15 August 2018 - 23:56
News ID: 439070
A
Rasa – Iraqi political and religious figures rejected Iraqi Prime Minister Haydar al-Abadi’s stance towards the American sanctions against neighbouring Iran.
Iraq protests

RNA – According to Rasa News Agency, Shaykh Mahdi al-Sumide’i, a senior Iraqi Sunni scholar, criticized Iraqi Prime Minister Haydar al-Abadi’s recent announcement of adherence to the United States’ hostile sanctions against the Islamic Republic of Iran.
 
The Grand Mufti of the Sunnis of Iraq emphasized that he would be the first defender of Iran and added, “We will never be satisfied that Iraq will have even an opinion on the persecution and discrimination of the people of the region.”
 
He strongly criticized the anti-Iran sanctions and in regard to the those Arab regimes that co-operated with the United States against the Iranian people, he said, “They are not even at the level of Zuhayr ibn Amer, who was a non-believer who opposed the siege by the Quraysh tribes against the Muslim community at the dawn of Islam.”
 
Shaykh al-Sumide’i announced he was amazed at the pride of the Arab regimes allied with the United States and their delight in regard to the slaughtering of the Muslims of Iran.

He insisted on the necessity of supporting Iran and the prohibition on supporting the American sanctions against the country.

Shaykh Jalaluddin al-Saghir, one of the leaders of the Islamic Supreme Council of Iraq, also strongly criticized al-Abadi’s statement about adherence to the United States’ anti-Iran sanctions.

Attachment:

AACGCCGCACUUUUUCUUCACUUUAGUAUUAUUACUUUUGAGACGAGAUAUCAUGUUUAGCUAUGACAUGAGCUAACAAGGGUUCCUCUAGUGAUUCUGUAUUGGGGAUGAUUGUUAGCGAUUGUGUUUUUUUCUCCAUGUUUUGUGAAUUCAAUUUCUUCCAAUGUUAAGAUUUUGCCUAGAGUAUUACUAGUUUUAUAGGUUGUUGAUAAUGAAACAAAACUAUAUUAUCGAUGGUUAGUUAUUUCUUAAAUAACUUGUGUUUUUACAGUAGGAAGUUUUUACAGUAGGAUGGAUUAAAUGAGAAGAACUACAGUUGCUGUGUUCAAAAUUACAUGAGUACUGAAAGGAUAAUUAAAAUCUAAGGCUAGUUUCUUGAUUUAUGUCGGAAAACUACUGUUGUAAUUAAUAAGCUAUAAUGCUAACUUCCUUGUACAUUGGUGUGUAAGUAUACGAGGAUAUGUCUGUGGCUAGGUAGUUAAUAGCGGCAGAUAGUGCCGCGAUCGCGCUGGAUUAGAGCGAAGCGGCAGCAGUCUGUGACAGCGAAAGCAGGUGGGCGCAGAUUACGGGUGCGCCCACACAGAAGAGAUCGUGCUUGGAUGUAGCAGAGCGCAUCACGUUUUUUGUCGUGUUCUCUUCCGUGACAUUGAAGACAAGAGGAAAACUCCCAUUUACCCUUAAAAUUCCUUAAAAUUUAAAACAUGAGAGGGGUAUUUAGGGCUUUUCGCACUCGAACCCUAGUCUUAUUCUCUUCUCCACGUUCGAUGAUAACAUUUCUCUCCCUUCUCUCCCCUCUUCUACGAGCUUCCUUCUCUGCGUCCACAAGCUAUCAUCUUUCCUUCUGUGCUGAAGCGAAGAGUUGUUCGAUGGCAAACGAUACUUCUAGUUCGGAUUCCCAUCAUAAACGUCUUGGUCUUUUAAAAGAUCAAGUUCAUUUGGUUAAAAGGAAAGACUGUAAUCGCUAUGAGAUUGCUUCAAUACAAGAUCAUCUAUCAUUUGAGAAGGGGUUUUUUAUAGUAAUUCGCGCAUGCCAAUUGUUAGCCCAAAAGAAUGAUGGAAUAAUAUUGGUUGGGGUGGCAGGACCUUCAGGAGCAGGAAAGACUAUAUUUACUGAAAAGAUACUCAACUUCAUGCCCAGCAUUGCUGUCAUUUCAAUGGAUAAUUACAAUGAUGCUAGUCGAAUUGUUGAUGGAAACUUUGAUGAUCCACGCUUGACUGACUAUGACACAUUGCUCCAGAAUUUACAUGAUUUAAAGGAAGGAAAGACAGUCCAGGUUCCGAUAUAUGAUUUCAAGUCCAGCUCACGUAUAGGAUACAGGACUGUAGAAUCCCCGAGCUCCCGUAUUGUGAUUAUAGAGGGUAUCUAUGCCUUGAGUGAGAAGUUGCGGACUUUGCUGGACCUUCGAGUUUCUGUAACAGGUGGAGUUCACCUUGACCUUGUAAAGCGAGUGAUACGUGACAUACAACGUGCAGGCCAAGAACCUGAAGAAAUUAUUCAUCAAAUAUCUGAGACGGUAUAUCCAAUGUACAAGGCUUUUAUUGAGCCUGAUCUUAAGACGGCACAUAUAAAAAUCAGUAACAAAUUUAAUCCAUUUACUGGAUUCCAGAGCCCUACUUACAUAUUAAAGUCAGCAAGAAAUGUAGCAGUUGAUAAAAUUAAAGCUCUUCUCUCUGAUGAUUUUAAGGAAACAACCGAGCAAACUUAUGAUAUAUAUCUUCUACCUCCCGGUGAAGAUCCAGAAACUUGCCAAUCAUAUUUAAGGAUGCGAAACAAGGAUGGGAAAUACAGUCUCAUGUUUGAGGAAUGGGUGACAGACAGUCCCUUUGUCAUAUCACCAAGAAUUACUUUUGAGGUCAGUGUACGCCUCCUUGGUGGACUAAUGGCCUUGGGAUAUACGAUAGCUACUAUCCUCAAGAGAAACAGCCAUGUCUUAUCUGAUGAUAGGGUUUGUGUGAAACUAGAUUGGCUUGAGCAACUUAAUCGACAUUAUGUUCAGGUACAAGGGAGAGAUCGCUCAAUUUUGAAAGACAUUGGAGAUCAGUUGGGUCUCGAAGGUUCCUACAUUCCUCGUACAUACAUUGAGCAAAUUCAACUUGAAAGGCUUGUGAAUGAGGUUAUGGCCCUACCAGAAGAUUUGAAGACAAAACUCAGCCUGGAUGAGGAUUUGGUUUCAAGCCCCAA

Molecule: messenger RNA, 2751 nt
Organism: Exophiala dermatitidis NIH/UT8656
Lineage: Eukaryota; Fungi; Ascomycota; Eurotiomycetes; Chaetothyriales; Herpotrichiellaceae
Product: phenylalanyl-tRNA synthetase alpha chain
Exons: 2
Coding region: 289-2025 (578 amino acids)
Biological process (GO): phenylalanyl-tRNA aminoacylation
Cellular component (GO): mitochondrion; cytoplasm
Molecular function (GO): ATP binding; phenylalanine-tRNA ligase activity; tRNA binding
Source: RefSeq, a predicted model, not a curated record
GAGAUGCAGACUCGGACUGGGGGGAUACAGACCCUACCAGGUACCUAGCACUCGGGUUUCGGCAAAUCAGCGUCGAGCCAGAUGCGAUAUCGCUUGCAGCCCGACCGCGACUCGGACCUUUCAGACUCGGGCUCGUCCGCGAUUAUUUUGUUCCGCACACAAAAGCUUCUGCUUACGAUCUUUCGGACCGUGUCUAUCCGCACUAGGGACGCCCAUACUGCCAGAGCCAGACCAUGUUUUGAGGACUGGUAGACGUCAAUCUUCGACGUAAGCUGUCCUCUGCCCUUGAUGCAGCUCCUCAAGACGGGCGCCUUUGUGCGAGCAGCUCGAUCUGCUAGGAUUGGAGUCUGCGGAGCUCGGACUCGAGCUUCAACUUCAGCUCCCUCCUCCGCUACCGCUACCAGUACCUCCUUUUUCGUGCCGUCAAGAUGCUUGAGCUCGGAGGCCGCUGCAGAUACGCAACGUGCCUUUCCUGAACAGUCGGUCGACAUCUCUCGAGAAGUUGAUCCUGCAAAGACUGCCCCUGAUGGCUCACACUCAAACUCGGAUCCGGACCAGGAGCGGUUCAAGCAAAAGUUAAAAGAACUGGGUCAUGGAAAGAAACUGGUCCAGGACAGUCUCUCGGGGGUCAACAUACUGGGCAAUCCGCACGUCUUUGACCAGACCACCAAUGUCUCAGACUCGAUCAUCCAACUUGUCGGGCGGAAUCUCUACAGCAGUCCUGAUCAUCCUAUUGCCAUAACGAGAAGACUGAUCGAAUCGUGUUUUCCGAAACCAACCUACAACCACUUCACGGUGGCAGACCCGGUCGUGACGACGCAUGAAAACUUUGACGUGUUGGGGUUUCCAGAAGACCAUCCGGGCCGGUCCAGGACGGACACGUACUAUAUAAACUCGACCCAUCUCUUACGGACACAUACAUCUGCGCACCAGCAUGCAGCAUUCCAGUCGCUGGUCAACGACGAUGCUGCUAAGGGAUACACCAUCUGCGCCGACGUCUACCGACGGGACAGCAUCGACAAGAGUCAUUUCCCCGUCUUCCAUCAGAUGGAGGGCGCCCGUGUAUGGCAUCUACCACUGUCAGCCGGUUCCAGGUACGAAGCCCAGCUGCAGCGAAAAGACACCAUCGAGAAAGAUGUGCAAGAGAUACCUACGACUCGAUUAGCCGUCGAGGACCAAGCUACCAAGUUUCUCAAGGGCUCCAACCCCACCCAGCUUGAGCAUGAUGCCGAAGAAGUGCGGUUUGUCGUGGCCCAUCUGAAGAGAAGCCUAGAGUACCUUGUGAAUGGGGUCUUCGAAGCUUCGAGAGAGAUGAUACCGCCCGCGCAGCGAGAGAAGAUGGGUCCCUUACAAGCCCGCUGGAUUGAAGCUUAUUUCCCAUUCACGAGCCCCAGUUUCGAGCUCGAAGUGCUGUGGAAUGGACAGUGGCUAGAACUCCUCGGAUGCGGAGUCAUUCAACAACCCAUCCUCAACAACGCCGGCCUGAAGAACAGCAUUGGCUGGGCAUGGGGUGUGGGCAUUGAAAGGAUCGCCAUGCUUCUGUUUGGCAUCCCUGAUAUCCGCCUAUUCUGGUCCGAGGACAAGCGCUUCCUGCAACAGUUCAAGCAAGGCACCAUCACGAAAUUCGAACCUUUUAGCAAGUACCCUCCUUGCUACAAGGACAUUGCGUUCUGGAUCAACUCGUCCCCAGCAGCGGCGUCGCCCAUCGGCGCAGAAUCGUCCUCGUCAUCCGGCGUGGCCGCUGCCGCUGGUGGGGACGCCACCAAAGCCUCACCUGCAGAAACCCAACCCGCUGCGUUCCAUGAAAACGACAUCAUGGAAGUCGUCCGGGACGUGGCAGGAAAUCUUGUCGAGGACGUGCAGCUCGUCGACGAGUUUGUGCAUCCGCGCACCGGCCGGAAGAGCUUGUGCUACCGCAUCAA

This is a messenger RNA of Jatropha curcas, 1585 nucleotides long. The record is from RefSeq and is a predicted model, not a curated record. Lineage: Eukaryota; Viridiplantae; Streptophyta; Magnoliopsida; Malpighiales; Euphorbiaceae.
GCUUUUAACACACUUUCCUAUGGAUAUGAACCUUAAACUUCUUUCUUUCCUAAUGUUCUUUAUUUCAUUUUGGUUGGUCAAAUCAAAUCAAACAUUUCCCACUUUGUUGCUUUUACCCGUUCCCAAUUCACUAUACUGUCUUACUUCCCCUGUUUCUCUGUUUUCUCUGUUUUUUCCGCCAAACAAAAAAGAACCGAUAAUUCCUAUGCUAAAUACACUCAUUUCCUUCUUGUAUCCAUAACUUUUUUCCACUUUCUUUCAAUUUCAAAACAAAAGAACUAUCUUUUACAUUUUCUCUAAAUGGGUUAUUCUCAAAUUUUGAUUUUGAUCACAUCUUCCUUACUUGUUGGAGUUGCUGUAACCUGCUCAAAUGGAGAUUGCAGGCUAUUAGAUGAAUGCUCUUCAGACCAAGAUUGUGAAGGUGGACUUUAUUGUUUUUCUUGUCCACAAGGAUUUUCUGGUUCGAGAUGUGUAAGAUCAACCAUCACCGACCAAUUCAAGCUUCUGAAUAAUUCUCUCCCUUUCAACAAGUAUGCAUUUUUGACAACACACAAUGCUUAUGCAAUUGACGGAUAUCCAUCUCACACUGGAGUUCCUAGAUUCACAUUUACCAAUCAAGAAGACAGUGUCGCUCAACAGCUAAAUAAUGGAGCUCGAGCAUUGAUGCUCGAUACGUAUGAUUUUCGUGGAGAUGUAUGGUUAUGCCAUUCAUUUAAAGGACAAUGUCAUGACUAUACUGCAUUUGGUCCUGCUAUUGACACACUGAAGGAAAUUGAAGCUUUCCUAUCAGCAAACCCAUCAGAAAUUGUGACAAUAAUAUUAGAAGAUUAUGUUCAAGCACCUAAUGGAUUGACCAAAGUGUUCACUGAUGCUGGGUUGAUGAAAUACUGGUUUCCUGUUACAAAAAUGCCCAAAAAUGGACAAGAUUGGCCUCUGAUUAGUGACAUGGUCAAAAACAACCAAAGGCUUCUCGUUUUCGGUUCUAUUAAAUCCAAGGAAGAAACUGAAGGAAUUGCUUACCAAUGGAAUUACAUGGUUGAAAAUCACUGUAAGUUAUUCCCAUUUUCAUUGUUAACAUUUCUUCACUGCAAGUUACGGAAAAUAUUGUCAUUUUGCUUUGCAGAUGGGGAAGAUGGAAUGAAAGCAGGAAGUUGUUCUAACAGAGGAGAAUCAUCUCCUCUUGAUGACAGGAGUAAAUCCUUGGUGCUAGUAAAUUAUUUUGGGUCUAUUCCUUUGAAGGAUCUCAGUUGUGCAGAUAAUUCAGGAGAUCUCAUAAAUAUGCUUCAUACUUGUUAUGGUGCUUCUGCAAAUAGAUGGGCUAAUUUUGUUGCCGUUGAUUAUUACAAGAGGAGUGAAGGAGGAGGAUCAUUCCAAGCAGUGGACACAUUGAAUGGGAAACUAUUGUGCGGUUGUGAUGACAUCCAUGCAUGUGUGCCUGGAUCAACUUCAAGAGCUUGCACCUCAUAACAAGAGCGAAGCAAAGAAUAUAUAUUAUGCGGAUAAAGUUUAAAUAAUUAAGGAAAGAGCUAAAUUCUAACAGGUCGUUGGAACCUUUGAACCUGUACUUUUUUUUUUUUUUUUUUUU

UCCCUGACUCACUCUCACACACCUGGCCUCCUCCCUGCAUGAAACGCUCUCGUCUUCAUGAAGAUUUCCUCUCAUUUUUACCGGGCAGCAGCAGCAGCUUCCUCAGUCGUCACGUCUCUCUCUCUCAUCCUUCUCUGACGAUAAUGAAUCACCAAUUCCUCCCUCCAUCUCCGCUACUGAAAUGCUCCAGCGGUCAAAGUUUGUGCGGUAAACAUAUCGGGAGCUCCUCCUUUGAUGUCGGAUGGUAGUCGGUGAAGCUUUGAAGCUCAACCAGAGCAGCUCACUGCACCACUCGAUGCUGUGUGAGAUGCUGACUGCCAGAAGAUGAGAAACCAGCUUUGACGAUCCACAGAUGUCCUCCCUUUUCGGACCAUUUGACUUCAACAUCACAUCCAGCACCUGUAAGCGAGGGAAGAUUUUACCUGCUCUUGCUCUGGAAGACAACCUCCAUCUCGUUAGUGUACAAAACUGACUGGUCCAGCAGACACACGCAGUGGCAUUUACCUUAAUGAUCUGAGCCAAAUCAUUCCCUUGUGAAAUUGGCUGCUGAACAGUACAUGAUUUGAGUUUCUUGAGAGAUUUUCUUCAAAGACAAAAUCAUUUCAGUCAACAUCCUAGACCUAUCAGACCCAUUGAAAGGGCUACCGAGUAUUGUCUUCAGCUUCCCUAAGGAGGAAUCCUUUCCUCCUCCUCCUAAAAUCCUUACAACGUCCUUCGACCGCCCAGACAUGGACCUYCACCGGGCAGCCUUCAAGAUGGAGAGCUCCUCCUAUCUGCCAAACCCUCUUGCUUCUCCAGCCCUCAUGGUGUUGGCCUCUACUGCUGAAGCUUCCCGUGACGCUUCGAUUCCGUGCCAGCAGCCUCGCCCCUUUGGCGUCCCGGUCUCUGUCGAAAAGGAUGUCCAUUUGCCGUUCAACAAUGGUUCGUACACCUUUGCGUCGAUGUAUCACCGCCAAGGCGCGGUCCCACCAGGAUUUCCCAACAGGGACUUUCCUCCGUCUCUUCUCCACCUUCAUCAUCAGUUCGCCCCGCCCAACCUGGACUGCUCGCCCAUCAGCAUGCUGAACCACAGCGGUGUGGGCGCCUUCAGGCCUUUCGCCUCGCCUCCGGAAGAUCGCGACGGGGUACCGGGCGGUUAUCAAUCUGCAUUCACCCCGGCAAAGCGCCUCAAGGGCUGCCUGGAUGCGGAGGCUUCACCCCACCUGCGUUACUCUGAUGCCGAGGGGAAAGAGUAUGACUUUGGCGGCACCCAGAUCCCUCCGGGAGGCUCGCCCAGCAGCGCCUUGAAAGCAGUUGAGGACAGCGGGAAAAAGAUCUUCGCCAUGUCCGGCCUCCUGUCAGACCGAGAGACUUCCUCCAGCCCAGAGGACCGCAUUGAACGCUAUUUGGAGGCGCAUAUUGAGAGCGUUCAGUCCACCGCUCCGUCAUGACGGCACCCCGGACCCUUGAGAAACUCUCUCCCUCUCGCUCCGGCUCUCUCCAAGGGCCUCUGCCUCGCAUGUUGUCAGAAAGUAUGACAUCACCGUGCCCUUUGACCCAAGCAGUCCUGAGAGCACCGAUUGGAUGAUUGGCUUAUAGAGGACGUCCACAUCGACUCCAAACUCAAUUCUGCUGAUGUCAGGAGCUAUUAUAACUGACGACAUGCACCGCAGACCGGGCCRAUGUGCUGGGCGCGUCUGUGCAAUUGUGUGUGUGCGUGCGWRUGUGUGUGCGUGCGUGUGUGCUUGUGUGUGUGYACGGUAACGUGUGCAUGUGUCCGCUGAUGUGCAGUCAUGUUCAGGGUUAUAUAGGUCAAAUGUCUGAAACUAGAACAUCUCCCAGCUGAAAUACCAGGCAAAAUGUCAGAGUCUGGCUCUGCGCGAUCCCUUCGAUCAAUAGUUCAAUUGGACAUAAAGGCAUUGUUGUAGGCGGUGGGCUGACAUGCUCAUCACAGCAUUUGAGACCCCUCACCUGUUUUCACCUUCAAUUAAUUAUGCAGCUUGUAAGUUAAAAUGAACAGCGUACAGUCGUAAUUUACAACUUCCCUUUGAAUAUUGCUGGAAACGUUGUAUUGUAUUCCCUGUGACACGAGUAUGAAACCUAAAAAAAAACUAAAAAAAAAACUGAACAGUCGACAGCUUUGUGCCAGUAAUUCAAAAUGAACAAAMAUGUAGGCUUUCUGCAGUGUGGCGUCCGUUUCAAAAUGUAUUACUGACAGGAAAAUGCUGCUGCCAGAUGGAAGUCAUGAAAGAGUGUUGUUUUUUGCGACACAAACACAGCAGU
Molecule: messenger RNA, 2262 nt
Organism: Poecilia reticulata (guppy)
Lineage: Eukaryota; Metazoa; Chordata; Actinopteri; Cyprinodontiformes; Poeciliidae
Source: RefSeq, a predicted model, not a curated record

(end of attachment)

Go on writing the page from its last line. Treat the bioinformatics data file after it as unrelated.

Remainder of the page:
Ayatollah Sayyid Muhammad-Taqi al-Modarresi, a senior Iraqi source of emulation, also praised the attempts to overcome the differences between the Iraqi and Iranian peoples.

He stressed that the Iraqi peoples’ ties to their brothers are stronger than all the conspiracies and they won’t forget what the Iranian people did to assist them “during the days of great tribulation” in the fight to defeat the terrorists and support the economy in the darkest circumstances.

Ayatollah Bashir al-Najafi, who participated in the demonstrations held in the holy city of Najaf, also added, “This is unjust behaviour and the United States, like its rotten fangs, imposed a siege on the Iranian people.”
 
On August 8, Prime Minister al-Abadi said he didn’t agree with the renewed American sanctions on Iran but added he will abide by them to protect his country’s interests and risk retaliatory actions by Washington. 

“Can I, the prime minister of Iraq, endanger the interests of Iraqis just to take a stand?” he said, “We don’t sympathize with the sanctions, we don’t think they are appropriate, and we don’t interact with them, but we are committed to protect our people.”

“We consider them a strategic mistake and incorrect, but we will abide by them to protect the interests of our people,” he said.

Given Iran’s immediate and unconditional support for Iraq after the rise of the Daesh terrorist group in northern Iraq in 2014, compared with that of the delayed and conditional support of the United States, this statement led to the anger and grievance among Iraqi political and religious figures as well as public opinion in the war-torn Arab country. 

In Najaf, hundreds of people gathered in 1920 Revolution Square, asserting that the Iraqi people are not affiliated with the United States, and that the Iraqis don’t agree with the decision of al-Abadi.

The demonstrators praised Tehran’s support for Iraq and its rejection of the Western sanctions in the 1990s, stressing that the Iraqi people would not abandon Iran and reject the American sanctions.

“We will not be part of the injustice and sanctions on the Islamic Republic of Iran,” one of the demonstrators said.

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